There was a considerable bit of angst among many Cubs fans this offseason because the Cubs had quite a few prospects who might have been protected from the Rule 5 Draft by placing them on the 40-man roster.
While the Cubs did protect Kevin Alcántara, Ryan Jensen, Brennen Davis and Ben Brown by placing them on the 40-man, they left others such as Cam Sanders, Darius Hill, Kohl Franklin, Danis Correa, Chase Strumpf and Luis Devers unprotected.
Those fans can take a sigh of relief today because none of those players was chosen in the Major League phase of the Rule 5 Draft, held late Wednesday in San Diego.
The only player the Cubs lost was righthanded pitcher Chris Clarke, who was selected by the Mariners.
Clarke was the Cubs’ fourth-round pick in 2019 out of USC. His results in pro ball have been mixed. He got set back by — as did all minor leaguers — missing the 2020 season. In 2022 he split time between High-A South Bend and Double-A Tennessee, and posted a 4.64 ERA and 1.429 WHIP in 26 appearances (21 starts). He appears to have decent control, as he walked just 25 in 120⅓ innings.
Overall, though, I don’t think this is a big loss for the Cubs.
Further, the Cubs did not select any players in either round of the Major League phase of the Rule 5 Draft this year.
In the Triple-A phase of the Rule 5 Draft (the Double-A phase has now been eliminated, in the new CBA), the Cubs selected Jose Aquino, a 20-year-old lefthanded pitcher who had been in the Mariners organization. He pitched in 2022 for the Mariners’ Arizona Complex League team and their Low-A franchise in Modesto in the California League, one game for each. In 2021, our SB Nation Mariners site Lookout Landing wrote this about him:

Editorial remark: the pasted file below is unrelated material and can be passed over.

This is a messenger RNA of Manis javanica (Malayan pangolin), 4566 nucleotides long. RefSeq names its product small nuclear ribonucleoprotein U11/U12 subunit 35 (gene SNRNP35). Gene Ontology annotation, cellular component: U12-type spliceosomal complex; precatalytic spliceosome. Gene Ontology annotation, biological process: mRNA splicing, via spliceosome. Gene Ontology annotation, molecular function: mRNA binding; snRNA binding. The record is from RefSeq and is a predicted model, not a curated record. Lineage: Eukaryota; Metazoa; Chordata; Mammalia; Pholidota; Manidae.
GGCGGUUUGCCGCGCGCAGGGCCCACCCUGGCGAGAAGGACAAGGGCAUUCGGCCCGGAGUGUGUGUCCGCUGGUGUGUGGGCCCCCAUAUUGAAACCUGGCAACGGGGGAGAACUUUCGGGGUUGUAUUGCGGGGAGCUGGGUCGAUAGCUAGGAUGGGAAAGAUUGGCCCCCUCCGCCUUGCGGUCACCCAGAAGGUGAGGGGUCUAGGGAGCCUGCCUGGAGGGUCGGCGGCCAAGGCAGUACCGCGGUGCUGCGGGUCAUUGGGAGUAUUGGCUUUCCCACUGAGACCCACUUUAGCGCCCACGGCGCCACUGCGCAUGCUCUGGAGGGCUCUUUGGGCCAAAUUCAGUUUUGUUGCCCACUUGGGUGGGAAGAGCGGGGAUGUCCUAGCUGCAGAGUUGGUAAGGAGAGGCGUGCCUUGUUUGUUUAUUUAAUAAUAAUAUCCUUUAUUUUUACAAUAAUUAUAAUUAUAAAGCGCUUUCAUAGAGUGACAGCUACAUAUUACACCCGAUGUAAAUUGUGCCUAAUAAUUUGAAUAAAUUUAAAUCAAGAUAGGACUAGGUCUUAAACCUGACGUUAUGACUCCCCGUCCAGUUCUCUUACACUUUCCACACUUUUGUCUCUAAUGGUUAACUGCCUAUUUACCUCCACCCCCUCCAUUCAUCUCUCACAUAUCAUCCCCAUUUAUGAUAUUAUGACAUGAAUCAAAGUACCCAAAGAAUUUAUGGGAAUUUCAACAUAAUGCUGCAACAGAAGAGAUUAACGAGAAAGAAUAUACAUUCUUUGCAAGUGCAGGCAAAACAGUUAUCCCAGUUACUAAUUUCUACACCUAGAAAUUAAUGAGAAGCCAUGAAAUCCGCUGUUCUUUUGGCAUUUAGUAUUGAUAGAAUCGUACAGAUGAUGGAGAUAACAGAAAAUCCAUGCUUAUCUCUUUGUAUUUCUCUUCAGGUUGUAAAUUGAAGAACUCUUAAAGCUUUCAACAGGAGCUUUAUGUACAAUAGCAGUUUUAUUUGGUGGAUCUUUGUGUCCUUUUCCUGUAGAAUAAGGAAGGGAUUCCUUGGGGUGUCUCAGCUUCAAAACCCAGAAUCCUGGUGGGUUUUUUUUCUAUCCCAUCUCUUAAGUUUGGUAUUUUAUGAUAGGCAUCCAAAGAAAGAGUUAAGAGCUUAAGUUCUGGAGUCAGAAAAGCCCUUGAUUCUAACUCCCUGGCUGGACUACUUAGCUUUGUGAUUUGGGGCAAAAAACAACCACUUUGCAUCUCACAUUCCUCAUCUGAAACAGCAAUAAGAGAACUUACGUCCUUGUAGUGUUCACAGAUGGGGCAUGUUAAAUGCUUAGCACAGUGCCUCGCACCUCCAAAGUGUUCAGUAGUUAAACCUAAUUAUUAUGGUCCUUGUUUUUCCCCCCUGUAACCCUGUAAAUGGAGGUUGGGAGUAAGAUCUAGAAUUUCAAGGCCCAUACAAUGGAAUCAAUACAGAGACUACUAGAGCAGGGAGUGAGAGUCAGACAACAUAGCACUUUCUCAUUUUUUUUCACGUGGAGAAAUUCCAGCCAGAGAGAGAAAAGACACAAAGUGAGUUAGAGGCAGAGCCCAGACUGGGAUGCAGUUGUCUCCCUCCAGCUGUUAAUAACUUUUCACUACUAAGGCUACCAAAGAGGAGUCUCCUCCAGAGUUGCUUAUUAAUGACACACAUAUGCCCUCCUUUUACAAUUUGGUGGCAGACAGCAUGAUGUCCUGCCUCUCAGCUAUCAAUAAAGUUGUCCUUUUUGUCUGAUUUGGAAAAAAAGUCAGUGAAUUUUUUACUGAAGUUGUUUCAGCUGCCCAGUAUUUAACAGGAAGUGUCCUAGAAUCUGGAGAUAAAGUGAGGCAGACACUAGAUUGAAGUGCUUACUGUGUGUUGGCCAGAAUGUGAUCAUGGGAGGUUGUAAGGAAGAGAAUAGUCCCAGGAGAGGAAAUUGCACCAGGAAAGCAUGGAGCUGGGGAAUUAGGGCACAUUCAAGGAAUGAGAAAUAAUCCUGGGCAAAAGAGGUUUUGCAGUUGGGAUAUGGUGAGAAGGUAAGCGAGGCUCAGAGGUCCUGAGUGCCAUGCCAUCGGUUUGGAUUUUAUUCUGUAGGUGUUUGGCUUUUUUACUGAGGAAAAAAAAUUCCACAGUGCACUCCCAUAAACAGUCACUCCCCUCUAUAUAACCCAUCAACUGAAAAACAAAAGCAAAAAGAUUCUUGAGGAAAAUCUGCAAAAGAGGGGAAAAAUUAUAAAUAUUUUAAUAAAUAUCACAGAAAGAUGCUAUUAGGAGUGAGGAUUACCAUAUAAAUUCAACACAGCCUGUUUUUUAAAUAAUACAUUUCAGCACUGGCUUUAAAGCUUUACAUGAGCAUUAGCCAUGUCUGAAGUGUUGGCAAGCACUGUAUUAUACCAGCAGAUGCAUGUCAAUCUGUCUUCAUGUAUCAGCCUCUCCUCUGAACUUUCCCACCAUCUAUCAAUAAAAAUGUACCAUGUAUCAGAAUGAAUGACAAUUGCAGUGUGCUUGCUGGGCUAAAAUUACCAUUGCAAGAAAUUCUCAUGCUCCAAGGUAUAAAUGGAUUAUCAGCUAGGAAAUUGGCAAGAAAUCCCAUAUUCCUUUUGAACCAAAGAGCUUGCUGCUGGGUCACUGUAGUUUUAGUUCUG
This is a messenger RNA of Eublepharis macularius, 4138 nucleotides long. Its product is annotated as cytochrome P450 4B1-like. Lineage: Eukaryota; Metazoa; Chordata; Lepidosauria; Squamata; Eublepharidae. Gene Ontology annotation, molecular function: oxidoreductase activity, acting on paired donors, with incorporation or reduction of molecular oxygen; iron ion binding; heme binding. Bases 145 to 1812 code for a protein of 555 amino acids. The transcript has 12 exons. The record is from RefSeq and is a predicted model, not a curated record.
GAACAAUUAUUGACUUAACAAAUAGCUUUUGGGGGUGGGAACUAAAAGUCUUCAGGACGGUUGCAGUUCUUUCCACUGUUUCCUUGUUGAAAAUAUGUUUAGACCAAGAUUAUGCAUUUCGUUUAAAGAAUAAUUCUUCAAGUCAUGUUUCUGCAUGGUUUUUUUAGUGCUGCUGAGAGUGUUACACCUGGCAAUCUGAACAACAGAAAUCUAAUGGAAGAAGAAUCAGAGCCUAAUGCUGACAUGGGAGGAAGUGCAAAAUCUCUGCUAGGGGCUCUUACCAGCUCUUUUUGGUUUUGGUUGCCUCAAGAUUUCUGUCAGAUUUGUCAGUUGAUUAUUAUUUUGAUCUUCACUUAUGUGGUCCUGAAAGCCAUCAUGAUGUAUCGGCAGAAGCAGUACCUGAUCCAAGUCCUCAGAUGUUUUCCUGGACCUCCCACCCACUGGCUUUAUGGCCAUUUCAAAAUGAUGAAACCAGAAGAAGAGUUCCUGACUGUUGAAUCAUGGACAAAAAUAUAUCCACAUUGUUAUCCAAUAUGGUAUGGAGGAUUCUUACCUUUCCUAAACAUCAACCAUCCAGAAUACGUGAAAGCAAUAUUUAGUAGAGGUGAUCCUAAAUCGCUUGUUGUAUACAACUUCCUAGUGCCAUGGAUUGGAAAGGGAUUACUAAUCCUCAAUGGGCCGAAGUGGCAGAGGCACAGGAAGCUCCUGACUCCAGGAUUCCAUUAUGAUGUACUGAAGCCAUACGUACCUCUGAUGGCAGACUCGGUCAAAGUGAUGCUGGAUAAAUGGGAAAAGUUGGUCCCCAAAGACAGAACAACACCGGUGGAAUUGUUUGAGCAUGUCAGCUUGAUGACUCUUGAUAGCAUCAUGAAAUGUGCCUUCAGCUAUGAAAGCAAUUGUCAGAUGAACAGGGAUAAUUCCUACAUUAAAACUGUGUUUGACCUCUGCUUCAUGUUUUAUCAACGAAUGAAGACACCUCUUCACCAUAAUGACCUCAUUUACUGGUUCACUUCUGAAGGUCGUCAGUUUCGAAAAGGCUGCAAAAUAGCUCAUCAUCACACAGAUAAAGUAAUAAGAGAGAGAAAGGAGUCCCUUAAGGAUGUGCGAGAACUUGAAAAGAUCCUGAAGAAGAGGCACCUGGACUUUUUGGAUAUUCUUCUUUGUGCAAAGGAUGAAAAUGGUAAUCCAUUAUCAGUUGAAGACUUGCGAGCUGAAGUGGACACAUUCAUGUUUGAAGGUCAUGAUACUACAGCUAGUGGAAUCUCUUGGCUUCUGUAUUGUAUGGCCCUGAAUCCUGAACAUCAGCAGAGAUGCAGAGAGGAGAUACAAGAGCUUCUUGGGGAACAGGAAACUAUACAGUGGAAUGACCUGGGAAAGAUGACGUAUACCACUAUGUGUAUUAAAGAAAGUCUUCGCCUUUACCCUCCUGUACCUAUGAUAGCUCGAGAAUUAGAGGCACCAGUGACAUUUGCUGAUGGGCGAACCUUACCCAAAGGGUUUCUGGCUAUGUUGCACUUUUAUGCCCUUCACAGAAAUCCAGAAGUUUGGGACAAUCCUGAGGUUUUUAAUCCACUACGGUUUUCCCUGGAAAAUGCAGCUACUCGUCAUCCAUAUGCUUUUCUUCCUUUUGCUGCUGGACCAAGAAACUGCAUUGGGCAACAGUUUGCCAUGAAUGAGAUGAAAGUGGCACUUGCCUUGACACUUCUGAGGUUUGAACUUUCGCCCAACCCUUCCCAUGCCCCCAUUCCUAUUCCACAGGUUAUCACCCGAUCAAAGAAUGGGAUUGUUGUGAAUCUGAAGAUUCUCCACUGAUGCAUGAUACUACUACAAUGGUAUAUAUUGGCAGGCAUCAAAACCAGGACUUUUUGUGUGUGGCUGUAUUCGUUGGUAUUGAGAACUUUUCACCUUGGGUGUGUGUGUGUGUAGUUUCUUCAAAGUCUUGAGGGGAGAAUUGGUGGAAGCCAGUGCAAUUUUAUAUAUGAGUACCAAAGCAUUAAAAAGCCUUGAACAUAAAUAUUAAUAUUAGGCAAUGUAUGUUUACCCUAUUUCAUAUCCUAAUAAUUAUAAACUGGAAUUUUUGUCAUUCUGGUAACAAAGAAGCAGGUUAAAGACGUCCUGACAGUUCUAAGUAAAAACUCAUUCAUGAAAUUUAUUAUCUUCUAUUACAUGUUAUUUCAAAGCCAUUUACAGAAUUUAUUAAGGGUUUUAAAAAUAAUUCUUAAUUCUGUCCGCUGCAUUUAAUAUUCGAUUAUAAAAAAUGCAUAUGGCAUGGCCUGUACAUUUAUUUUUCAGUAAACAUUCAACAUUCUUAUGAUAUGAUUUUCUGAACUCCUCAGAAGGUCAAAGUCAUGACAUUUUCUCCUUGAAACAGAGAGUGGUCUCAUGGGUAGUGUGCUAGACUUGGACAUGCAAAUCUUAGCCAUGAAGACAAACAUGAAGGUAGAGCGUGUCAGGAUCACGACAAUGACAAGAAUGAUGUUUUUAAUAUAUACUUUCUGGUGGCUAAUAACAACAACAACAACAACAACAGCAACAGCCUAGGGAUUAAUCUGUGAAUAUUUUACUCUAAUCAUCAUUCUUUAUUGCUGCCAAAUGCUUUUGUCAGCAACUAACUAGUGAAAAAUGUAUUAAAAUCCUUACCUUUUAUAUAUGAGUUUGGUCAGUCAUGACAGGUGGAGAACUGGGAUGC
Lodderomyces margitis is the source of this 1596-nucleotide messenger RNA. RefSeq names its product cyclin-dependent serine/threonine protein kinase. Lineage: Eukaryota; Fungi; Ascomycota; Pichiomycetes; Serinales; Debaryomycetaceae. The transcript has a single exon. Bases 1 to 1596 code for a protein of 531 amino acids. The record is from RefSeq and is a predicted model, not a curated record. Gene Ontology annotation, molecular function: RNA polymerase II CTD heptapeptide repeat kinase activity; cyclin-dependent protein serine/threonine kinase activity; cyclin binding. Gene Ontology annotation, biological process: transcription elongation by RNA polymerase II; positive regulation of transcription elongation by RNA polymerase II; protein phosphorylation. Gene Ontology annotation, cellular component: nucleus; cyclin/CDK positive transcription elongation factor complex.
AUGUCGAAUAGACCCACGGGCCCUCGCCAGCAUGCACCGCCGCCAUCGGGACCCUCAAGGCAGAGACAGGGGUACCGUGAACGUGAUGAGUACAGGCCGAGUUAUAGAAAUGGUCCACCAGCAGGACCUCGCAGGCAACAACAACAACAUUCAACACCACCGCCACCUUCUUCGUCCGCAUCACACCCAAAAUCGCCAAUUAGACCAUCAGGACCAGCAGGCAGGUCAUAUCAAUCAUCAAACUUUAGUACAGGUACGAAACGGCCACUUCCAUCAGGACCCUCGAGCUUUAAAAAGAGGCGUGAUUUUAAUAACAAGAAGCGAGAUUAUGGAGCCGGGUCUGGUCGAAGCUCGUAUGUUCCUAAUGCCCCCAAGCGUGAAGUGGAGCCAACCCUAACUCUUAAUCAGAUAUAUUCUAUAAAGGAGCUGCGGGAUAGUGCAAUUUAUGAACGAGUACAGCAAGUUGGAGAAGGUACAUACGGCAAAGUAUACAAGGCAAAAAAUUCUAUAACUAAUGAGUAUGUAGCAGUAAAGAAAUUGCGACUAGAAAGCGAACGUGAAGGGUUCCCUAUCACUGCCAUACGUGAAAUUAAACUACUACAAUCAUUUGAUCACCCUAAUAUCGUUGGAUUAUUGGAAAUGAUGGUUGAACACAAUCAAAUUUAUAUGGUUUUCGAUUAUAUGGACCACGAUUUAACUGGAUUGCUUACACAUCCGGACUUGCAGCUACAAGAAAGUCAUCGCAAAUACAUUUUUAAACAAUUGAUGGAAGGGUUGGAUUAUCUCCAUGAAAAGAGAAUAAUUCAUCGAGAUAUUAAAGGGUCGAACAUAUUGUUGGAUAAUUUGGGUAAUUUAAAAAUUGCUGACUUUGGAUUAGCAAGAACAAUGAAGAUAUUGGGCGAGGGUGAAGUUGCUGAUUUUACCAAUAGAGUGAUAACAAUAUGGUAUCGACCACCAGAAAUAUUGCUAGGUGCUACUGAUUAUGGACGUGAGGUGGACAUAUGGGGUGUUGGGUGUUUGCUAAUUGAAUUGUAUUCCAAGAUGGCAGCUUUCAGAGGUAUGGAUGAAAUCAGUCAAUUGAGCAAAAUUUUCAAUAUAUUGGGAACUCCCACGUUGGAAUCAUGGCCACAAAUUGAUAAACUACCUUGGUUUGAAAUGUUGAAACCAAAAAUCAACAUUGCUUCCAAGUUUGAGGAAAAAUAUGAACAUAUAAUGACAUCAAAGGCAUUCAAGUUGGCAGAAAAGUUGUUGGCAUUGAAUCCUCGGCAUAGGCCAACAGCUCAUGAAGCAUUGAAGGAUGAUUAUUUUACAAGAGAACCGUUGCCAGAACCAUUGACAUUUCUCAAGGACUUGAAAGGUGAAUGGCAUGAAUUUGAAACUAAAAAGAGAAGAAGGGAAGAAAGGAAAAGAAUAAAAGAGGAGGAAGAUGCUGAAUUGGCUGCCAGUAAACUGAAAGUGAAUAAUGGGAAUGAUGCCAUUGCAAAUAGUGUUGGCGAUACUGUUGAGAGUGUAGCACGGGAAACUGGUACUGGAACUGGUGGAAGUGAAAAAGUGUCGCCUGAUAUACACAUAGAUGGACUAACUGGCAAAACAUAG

Aquino signed with Seattle as an international free agent in 2018 alongside Noelvi Marte. 18 years old for most of 2021, Aquino really impressed both in terms of stuff and performance. Over 8 starts and 39.1 innings, Aquino posted a 3.02 xFIP with 58 strikeouts.
At 6-foot-3, 184 pounds, Aquino is starting to grow into his adult body and athletic markers are tantalizing. He’s got long levers and really works down the mound well. The lanky lefty touched 97 this season and worked 91-94, generating the fifth-best whiff rate in the organization at 40.5 percent. Aquino has good spin metrics and throws enough strikes as a 19-year-old to project a starting-caliber arm in the future. Seattle could potentially be aggressive with Aquino in 2022 and start him in Modesto.
At 20, the Cubs can stash Aquino somewhere in the organization — likely Myrtle Beach — and give him some time to develop. Here he is at age 17:
José Aquino putting in the work. 2.45 ERA as a 17-year-old in 2019. pic.twitter.com/KlTutSd4pb— Mariners Minors (@MiLBMariners) October 16, 2020
The Cubs also selected Nick Burdi, a righthanded pitcher from the Padres, in the second round of the Triple-A phase.
This is a really interesting pick. Burdi is a Chicago-area native (Downers Grove South HS) and was the Twins’ second-round pick in 2014 and went to the Pirates in the Rule 5 Draft in 2017. He’s pitched in the major leagues, in case his name sounded familiar to you — 16 games for the Pirates between 2018 and 2020, and with not good results: 9.49 ERA, 1.865 WHIP. He’s been in the Padres organization the last two years, although he has not pitched since 2020, as he had Tommy John surgery after the 2020 season.
Burdi turns 30 in January, so he’s a reclamation project. I imagine he’ll get a non-roster invitation to Spring Training.
Here are some pitching highlights from Burdi’s 2019 season with the Pirates:
The Cubs also lost righthander Bryan King to the Astros. He was the Cubs’ 30th-round pick in 2019 from McNeese State and split the 2022 season between Myrtle Beach and Tennessee, posting a 1.61 ERA and 1.299 WHIP in 14 games.
The Cubs then selected outfielder Jefferson Encarnacion from the Phillies organization. Encarnacion is 21 and has not yet played stateside, only playing for a Phillies club in the Dominican Summer League (and not there since 2019).
Lastly, the Cubs lost a 23-year-old righthander named Luis Rodriguez to the Astros. He pitched last year at Myrtle Beach and posted a 4.43 ERA and 1.478 WHIP in 23 appearances (five starts).
The Rule 5 Draft traditionally completes baseball’s Winter Meetings. Now it’s up to the Cubs to continue signing major league players to improve the roster for 2023.